I found myself in the middle trying to figure out which way it would go, but the prevailing sentiment went with many marching onto the freeway and so I followed. In our car culture, few things are more assertive and commanding of attention quite like halting a freeway. The way my live tweets and photos of marchers on the freeway reverberated around the internet, by supporters, by bitter detractors, and major media sources, was testament to how iconic taking to a freeway can be. This was echoed in protesters that took to the freeway in Houston and Oakland on Monday night protests.
The presence on the freeway was not allowed to last for long as a line of LAPD officers formed ahead to prevent further progress, although I did spot at least one person on a bike beyond the line, enjoying a bit of taking the lane, as in all of them. A few wanted to stay and hold position there, but there were many calls urging to get back up to Crenshaw to continue marching. This is where I wished I rode out with a lighter bike as I hiked up the steep embankment, to get up to the 10th Ave. Bridge, with no entrance ramps. My gratitude to those who helped me out, & got my bike safely over the wall.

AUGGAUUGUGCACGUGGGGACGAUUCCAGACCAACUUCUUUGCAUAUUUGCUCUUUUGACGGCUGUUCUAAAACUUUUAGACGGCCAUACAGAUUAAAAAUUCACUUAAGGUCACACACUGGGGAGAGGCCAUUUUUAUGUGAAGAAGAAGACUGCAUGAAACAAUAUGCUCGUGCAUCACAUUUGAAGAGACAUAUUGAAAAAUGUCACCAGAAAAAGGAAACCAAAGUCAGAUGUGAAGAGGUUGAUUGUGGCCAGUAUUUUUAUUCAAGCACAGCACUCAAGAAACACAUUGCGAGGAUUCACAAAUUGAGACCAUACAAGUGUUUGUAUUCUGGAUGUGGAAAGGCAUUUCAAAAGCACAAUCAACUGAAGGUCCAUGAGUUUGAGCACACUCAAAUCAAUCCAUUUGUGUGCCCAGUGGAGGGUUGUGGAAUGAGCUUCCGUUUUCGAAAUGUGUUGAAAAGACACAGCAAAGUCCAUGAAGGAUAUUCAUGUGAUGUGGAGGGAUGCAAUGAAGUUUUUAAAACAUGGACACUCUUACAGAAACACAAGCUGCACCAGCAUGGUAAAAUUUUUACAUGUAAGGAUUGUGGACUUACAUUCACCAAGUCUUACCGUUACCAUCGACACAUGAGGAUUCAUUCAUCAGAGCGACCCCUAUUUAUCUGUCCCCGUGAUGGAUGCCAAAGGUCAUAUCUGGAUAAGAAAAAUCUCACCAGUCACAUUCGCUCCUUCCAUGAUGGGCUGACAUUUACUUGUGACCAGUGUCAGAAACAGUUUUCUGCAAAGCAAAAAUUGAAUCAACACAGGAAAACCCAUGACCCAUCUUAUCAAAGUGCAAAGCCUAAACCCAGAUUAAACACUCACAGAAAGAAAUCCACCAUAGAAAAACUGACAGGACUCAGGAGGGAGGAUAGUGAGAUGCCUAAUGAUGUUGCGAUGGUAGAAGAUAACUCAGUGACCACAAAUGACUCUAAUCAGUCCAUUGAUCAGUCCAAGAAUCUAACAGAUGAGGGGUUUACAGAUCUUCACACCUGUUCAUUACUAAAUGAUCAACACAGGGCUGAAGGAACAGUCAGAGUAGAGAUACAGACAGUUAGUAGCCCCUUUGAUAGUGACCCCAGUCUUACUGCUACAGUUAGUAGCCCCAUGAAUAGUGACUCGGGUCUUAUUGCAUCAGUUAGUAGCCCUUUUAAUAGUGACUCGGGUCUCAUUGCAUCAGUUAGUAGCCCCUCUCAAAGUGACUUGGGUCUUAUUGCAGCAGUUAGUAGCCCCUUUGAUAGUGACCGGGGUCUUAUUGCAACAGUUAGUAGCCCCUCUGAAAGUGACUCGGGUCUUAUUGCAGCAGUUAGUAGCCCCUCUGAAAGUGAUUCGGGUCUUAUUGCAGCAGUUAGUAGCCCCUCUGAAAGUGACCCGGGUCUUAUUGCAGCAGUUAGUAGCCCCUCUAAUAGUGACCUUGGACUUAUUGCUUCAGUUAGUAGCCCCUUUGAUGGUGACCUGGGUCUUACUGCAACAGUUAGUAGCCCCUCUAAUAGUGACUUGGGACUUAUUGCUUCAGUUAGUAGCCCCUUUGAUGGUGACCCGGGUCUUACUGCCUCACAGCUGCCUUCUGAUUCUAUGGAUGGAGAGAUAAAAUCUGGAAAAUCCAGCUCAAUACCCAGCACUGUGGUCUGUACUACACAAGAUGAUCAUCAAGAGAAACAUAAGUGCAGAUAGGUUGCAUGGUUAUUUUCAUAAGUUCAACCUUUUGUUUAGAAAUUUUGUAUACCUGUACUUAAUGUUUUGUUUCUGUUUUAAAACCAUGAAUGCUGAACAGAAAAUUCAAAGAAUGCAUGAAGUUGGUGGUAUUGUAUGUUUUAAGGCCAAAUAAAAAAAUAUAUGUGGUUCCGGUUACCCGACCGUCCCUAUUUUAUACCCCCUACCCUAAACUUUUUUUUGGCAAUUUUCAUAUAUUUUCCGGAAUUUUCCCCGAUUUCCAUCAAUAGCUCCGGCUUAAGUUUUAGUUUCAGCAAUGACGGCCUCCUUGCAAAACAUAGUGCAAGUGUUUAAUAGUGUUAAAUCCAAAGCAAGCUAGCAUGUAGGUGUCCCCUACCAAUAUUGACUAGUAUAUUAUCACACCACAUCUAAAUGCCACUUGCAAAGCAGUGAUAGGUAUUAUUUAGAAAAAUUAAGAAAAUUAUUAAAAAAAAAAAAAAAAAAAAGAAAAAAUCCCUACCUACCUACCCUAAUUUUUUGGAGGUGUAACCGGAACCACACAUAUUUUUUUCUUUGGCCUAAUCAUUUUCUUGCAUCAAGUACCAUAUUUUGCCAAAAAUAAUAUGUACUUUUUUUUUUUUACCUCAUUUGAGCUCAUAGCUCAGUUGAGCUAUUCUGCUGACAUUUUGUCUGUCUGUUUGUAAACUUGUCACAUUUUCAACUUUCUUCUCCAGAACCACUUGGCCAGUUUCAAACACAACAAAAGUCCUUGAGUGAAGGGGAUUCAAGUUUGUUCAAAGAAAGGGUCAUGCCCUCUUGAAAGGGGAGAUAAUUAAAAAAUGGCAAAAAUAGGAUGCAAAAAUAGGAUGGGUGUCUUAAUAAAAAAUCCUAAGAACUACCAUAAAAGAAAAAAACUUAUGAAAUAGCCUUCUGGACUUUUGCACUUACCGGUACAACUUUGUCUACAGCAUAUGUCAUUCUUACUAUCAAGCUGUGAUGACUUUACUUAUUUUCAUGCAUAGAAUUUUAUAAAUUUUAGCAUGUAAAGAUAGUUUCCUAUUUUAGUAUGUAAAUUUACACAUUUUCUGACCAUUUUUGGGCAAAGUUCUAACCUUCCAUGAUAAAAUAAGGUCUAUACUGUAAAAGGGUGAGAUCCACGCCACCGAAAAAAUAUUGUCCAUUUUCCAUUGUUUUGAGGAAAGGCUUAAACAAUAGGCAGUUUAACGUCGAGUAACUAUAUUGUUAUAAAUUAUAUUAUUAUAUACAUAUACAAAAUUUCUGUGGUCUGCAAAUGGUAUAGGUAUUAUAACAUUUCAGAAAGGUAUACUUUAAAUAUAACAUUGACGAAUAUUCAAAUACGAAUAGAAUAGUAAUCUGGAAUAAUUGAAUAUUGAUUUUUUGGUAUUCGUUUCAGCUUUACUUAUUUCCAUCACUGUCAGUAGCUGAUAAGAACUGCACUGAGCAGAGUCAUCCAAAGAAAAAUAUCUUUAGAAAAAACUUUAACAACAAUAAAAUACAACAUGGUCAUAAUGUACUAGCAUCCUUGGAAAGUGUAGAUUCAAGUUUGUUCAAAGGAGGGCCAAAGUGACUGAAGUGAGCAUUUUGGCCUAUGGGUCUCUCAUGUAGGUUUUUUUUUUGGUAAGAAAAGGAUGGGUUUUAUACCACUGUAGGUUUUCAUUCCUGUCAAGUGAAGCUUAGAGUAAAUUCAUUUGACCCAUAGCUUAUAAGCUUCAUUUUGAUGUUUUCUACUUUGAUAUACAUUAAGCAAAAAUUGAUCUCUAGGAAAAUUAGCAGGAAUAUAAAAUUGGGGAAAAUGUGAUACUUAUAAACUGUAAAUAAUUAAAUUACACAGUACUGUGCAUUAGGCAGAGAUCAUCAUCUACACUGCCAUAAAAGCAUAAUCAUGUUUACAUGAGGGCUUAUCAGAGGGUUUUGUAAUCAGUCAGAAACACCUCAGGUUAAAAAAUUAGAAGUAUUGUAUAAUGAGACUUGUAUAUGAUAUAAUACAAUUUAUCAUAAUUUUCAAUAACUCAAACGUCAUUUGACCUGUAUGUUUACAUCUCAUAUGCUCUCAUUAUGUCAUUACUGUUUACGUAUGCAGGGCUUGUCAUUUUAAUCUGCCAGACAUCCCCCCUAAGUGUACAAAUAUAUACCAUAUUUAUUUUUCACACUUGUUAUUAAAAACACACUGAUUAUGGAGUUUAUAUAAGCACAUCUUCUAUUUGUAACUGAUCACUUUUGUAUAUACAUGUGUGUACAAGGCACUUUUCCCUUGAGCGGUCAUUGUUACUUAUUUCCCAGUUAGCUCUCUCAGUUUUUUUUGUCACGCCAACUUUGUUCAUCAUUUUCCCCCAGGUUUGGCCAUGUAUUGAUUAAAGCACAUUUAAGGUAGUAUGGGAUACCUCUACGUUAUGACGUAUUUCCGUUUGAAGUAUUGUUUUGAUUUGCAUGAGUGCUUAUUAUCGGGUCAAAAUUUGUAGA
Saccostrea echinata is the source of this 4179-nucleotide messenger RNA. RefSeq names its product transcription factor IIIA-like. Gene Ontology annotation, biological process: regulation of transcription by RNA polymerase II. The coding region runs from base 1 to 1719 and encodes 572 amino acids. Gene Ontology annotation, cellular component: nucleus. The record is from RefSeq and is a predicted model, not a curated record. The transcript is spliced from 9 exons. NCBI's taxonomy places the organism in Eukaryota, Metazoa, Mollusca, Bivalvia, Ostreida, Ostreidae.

Up top many watched in awe that this had really just happened, and as the I-10 remained closed to through traffic in both directions for several minutes even after all the protesters had left the freeway. The LAPD gradually returned the freeway to normal operation. Once back at the street, this is also when I started noticing retweets and mentions piling up on my phone, requests to post images, and a few messages I’d put in the ugly trolling category of calling for racially motivated vehicular violence to run people down.